New minorities minister 'capable,' but need for post questioned

By BRENDA GAZZAR
April 1, 2009 23:22
2 minute read.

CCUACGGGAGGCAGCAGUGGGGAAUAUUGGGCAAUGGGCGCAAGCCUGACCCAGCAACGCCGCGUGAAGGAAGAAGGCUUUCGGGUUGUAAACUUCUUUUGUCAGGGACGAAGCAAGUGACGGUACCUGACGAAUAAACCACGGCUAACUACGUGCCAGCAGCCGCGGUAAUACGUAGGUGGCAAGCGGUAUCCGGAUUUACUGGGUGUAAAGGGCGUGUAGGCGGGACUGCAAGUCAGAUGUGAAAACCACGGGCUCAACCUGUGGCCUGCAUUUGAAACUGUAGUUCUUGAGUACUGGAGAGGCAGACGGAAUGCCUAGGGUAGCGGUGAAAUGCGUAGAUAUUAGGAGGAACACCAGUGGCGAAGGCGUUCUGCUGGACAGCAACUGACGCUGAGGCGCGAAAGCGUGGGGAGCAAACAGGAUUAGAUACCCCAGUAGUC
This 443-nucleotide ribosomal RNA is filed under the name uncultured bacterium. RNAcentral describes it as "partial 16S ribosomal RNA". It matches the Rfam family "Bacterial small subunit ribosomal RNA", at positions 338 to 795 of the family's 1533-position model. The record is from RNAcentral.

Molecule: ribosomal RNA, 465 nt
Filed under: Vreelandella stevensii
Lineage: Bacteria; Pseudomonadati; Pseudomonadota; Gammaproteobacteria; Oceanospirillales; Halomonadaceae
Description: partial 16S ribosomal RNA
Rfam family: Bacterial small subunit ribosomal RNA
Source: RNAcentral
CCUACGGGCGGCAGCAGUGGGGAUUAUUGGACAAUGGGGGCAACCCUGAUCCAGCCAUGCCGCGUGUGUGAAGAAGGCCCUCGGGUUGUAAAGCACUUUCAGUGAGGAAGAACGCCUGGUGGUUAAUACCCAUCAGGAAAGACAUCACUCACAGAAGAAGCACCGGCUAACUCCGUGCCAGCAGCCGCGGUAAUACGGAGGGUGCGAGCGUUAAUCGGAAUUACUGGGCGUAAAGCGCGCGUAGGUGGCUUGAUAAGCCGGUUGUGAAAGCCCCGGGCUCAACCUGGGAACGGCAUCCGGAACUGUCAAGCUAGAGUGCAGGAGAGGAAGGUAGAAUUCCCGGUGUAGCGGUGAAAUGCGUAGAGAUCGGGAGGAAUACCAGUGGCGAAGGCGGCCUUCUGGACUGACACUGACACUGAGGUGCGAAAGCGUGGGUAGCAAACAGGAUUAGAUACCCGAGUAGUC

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Israeli Arabs and minority rights activists have few bad things to say about the choice of former Ben-Gurion University head Avishai Braverman as minister without portfolio for minorities. But many Arabs and their supporters question whether the Labor politician will be able to make a difference within the new government led by Likud chairman Binyamin Netanyahu, and whether the existence of such a position is an ideal way to address inequities in the system. "Braverman invested in building a relationship with the Beduin community and worked to promote Arab professors at [Ben-Gurion] university. He has a good reputation," said Jafar Farah, director of the Haifa-based Arab rights organization Mossawa. "The question is whether he will be limited by extreme right-wing people [in the government] who are inciting against the Arab community." But Farah and others said they also consider the mere existence of the position "a step backwards." "We thought, as a community, that the time of a minister of minority affairs was behind us. All government offices should give us equal services without the need for a minister of minority affairs," Farah said. Similarly, Yousef Jabareen, the director of the Nazareth-based Dirasat, The Arab Center for Law and Policy, said that he was not sure that creating a special portfolio was the solution that would address the concerns of the Arab community. "We know the problems. We know what needs to be done. What is needed is not a new office. What is needed is real allocation of resources" to other ministries, such as education, housing and welfare, he said. Arabs face a shortage of housing, land and space for public institutions, and lack more than 1,000 classrooms, according to a report issued by the state comptroller last month. Ali Haider, coexecutive director of Sikkui, an NGO that tracks issues of Arab-Jewish equality, said that while past governments had taken many decisions involving the Arab minority in Israel, they had yet to implement them. "Braverman should listen and be aware of the needs of Palestinian minorities [Israeli Arabs] and those decisions taken in the past, and he should immediately implement these decisions or laws," such as those that require fair representation in civil service, Haider said. Many Arab academics, for instance, are able and willing to work in civil service but have not yet been integrated, he said. An official from the Abraham Fund Initiative, a nongovernmental organization that promotes equality and coexistence, said the appointment of Braverman offers hope that relations would improve between the Israel and its Arab citizens. "He's very knowledgeable about the Negev, what needs to be done to develop it. [He has] economic experience and knowledge. He's relatively dovish and has pragmatic views," said Amnon Beeri-Sulitzeanu, coexecutive director of the organization. "This specific person is someone who understands the importance of good relations between the Arab minority and the State of Israel." Whether he will have the ability and the means, however, "is another question." Much will depend on how he will manage and succeed in bringing the issue to the forefront of Israel's agenda, Beeri-Sulitzeanu said. "If it is positioned or viewed as a very significant issue, and described as such, and seen as such, then allocations will follow," he said.

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